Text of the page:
I think that Uniswap is undeniably in one of the better positions to show leadership in DeFi. However, a more centralized culture has mitigated this opportunity and decreased the experience that is afforded when operating in a dynamic community where there will be disagreements and the need for compromise, which is an entirely different animal to building. I fully credit the incredible team at Uniswap in driving the foundation and hope they can exercise more leadership and collaboration.
DeFi moves incredibly fast and that speed drives an incredible need to continuously iterate and develop patterns for feature development to reach a heightened expansion tempo and I believe we have very much diverged from the original UI in many aspects and across the seven community interfaces as well.
It would be a dream to see projects consistently fork Sushi interfaces in the future and an eventual consolidated interface. Personally, if the number of forks were noticeable, I would lean into it and work with other projects to build shared DeFi UI components for all projects to use. As a steward in a decentralized community, its our mandate to facilitate the continued growth and expansion for all. Standardized components would help drive DeFi adoption as a whole, because people won’t have to re-learn when onboarding new protocols.
That being said, I think that there’s a definite need for shared UI components across DeFi. As DeFi matures, I think there also needs to be a standardization of UI across the industry, similar to the almost identical interfaces we see in traditional trading platforms and in traditional finance. This would help build familiarity and drive adoption.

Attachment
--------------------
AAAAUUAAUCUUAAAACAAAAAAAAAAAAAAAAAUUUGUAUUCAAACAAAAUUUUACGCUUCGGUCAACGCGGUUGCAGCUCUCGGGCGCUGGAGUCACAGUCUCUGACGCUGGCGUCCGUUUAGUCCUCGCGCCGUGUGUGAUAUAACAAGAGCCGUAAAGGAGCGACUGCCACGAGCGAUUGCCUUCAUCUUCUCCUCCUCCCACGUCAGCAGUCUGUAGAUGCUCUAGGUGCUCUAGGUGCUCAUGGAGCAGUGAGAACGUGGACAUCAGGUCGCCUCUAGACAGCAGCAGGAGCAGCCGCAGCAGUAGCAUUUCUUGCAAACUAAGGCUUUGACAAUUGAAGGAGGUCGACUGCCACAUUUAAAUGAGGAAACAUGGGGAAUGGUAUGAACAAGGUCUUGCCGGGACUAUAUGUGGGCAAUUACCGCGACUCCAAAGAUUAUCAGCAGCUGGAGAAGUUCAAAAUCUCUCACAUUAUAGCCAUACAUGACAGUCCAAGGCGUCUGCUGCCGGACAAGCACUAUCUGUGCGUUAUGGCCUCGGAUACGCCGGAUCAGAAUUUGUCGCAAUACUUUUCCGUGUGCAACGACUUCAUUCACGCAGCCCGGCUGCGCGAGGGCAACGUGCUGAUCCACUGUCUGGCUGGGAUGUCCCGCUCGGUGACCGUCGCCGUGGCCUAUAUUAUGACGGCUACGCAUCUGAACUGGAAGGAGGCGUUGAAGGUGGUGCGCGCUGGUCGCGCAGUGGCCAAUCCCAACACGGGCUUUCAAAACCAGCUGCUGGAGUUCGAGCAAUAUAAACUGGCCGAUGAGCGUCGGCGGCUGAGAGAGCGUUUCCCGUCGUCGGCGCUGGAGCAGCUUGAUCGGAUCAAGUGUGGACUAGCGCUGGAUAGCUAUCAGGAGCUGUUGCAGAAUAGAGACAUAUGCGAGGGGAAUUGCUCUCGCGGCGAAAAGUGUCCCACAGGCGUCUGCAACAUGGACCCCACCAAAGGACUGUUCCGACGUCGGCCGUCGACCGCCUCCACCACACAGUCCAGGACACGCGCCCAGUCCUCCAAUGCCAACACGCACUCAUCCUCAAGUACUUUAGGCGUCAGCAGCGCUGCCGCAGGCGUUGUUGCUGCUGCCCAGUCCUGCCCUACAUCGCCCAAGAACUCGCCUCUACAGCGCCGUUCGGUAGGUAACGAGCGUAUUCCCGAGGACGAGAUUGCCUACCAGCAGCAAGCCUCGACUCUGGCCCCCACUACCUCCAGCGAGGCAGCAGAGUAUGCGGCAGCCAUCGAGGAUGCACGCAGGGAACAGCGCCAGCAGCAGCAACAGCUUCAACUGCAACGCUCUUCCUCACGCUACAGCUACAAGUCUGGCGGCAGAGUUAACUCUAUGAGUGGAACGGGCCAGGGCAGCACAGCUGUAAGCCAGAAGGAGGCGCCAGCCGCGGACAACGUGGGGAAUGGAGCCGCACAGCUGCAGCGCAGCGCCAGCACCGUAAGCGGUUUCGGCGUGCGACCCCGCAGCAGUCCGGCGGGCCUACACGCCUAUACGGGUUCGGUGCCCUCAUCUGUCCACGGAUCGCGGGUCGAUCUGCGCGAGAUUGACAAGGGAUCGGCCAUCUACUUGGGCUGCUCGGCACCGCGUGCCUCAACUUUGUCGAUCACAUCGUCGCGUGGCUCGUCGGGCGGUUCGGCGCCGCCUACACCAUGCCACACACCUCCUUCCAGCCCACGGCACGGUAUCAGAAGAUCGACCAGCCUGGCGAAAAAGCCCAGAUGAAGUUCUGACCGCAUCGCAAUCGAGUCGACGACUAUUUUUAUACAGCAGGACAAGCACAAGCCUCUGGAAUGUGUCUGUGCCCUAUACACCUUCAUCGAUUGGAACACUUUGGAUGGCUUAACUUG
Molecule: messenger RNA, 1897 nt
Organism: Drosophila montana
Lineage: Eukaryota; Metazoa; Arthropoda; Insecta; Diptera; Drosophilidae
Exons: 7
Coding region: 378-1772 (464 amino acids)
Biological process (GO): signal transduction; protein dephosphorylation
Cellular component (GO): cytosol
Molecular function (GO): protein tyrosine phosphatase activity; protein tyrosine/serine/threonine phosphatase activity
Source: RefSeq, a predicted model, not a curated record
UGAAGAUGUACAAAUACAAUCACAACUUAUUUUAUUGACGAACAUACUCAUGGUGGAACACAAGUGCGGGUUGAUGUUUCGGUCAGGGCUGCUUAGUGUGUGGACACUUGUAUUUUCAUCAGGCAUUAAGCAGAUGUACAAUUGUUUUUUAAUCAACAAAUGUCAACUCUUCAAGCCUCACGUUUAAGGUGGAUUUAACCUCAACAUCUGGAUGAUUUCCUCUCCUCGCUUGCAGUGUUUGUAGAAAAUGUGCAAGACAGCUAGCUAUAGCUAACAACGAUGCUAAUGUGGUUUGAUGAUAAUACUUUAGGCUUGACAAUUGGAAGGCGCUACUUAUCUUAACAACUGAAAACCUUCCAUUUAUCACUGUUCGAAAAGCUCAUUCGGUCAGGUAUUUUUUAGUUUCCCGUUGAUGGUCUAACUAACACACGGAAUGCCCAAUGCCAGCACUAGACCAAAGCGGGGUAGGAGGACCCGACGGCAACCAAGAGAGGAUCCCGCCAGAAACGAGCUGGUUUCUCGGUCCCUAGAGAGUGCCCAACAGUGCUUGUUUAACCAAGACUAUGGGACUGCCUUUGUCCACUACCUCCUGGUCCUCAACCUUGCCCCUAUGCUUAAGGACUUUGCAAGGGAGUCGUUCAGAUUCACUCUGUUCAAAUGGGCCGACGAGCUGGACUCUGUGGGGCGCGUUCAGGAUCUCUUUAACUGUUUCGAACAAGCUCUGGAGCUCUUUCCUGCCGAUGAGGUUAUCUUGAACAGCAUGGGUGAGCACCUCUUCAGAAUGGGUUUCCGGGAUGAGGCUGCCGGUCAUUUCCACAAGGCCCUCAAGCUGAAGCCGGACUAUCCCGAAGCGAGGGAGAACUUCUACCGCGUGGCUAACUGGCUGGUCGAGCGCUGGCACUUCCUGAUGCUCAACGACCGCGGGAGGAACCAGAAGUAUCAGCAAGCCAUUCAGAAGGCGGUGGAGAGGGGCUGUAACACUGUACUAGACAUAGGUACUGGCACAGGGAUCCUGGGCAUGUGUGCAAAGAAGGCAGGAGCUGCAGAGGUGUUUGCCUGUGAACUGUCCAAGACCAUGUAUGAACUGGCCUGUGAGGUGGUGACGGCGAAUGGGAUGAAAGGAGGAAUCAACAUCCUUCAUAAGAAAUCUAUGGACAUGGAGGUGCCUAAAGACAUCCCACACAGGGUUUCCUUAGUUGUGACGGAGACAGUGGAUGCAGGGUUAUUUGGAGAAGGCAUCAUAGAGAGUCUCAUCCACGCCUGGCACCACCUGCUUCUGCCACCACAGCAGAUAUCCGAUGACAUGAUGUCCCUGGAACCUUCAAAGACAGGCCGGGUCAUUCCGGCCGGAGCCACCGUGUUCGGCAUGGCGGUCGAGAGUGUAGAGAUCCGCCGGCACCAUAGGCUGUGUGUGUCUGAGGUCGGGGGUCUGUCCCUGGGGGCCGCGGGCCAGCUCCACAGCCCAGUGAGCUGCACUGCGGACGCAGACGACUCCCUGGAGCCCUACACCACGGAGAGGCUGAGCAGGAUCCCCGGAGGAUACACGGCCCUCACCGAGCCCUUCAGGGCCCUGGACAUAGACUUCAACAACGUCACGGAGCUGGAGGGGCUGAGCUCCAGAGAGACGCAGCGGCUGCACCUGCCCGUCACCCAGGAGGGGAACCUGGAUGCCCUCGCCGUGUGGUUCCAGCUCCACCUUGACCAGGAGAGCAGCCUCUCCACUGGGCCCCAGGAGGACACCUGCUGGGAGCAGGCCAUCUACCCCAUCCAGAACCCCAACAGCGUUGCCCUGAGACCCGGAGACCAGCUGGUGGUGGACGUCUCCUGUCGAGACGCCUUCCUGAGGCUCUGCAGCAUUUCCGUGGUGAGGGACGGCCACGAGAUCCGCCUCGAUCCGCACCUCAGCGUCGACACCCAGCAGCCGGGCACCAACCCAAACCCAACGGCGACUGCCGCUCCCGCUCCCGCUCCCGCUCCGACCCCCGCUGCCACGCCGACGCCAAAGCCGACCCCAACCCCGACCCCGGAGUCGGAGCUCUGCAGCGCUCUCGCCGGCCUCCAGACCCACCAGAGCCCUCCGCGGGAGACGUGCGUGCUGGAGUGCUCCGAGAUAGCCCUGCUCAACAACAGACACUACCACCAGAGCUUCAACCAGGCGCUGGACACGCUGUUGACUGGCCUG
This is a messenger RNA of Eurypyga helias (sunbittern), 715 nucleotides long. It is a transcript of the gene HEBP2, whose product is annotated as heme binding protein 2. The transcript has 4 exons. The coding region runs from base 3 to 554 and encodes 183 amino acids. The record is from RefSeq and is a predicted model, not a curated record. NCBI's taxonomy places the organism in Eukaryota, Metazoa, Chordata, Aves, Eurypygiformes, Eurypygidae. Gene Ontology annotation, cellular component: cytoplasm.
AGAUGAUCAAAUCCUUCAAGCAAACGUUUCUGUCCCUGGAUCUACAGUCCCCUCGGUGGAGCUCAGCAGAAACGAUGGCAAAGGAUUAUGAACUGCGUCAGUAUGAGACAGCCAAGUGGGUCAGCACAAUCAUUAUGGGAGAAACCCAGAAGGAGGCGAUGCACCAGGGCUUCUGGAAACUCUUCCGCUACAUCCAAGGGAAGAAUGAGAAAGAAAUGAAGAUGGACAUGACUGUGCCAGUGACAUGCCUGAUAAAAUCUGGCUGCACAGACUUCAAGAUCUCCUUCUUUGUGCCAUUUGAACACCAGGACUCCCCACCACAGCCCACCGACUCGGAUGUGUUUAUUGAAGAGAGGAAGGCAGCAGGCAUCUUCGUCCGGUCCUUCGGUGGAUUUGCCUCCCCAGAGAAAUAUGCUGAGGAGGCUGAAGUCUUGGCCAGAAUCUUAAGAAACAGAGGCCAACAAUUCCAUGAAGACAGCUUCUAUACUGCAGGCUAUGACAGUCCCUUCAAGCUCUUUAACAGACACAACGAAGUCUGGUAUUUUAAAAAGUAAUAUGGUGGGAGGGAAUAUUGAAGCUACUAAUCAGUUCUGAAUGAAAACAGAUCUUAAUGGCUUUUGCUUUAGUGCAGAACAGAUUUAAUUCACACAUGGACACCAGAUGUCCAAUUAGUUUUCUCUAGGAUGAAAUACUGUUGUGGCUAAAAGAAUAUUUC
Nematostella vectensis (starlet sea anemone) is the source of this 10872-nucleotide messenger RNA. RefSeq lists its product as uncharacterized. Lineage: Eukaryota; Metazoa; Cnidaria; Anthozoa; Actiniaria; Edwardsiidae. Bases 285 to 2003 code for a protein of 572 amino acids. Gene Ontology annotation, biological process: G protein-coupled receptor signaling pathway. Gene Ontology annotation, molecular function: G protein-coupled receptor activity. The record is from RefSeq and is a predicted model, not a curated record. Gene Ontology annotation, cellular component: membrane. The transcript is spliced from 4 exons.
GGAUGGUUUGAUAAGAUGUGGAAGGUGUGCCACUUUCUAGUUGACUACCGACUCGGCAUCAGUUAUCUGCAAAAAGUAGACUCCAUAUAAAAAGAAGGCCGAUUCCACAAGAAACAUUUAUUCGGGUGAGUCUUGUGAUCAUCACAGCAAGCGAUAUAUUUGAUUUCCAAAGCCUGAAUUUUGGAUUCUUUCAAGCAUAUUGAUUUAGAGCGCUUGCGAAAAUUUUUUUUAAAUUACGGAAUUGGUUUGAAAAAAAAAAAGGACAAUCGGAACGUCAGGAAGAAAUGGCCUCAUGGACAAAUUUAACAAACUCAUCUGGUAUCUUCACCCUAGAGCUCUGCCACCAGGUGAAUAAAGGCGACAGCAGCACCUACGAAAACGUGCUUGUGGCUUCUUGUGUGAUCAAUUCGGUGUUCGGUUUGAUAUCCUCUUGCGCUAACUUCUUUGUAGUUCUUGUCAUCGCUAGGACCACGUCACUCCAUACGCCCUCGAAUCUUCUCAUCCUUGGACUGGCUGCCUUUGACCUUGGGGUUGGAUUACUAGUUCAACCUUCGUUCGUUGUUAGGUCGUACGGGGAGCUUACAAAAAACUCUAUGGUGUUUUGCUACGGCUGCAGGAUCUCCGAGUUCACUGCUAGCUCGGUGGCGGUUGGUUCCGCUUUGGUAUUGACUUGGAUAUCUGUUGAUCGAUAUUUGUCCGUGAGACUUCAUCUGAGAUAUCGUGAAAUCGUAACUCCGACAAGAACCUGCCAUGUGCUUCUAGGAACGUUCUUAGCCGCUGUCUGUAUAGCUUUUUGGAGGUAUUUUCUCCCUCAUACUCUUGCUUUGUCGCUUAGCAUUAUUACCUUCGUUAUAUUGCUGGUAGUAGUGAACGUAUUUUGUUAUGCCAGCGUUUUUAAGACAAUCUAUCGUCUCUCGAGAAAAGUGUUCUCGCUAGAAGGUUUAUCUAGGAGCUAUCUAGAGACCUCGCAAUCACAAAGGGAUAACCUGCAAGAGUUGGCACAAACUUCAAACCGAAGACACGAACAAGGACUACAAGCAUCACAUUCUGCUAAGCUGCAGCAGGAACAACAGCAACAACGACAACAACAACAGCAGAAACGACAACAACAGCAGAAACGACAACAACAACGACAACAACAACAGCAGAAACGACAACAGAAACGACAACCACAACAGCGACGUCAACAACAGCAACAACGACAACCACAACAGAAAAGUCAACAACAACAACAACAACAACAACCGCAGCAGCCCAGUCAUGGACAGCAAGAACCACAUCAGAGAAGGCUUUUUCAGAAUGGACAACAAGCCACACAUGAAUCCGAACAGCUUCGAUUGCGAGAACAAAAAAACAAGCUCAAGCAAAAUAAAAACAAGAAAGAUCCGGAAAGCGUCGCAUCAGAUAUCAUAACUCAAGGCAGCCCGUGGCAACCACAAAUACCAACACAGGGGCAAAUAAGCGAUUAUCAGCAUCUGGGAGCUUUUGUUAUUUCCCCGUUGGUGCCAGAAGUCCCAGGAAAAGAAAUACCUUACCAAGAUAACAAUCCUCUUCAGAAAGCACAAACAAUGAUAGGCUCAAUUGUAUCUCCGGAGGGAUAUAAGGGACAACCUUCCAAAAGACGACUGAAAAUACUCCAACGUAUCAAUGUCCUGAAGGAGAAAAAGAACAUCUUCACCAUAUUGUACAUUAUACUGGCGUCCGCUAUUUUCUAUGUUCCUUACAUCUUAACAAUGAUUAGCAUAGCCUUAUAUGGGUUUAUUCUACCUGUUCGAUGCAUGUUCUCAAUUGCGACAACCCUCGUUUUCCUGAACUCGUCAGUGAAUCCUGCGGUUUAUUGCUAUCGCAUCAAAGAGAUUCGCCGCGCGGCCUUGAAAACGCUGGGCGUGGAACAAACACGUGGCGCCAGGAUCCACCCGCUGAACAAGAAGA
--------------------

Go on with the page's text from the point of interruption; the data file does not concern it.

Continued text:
What are your hobbies outside of Sushi?
These days, I’ve been working more on Sushi, so I haven’t had much time for hobbies. I was an avid rower. I do have a rowing machine next to my work set up, so every now and then I take a break and I row. Unfortunately, it’s not very easy to do on the fly; You need a boat and need to schedule with a couple people, which, given Covid-19, has been difficult.
I also played my fair share of DotA in the past. I don’t know, is that a hobby? These days, I watch a lot of Netflix documentaries, which I keep on as white noise while I work. And when I have some actual down time I enjoy oil painting and my home is strewn with different paintings throughout. Maybe I should consider getting into NFTs 😉
Last, but not least, what’s your favourite sushi?
Otoro, the wagyu of the sea
Shime-saba, for that fragrant fishiness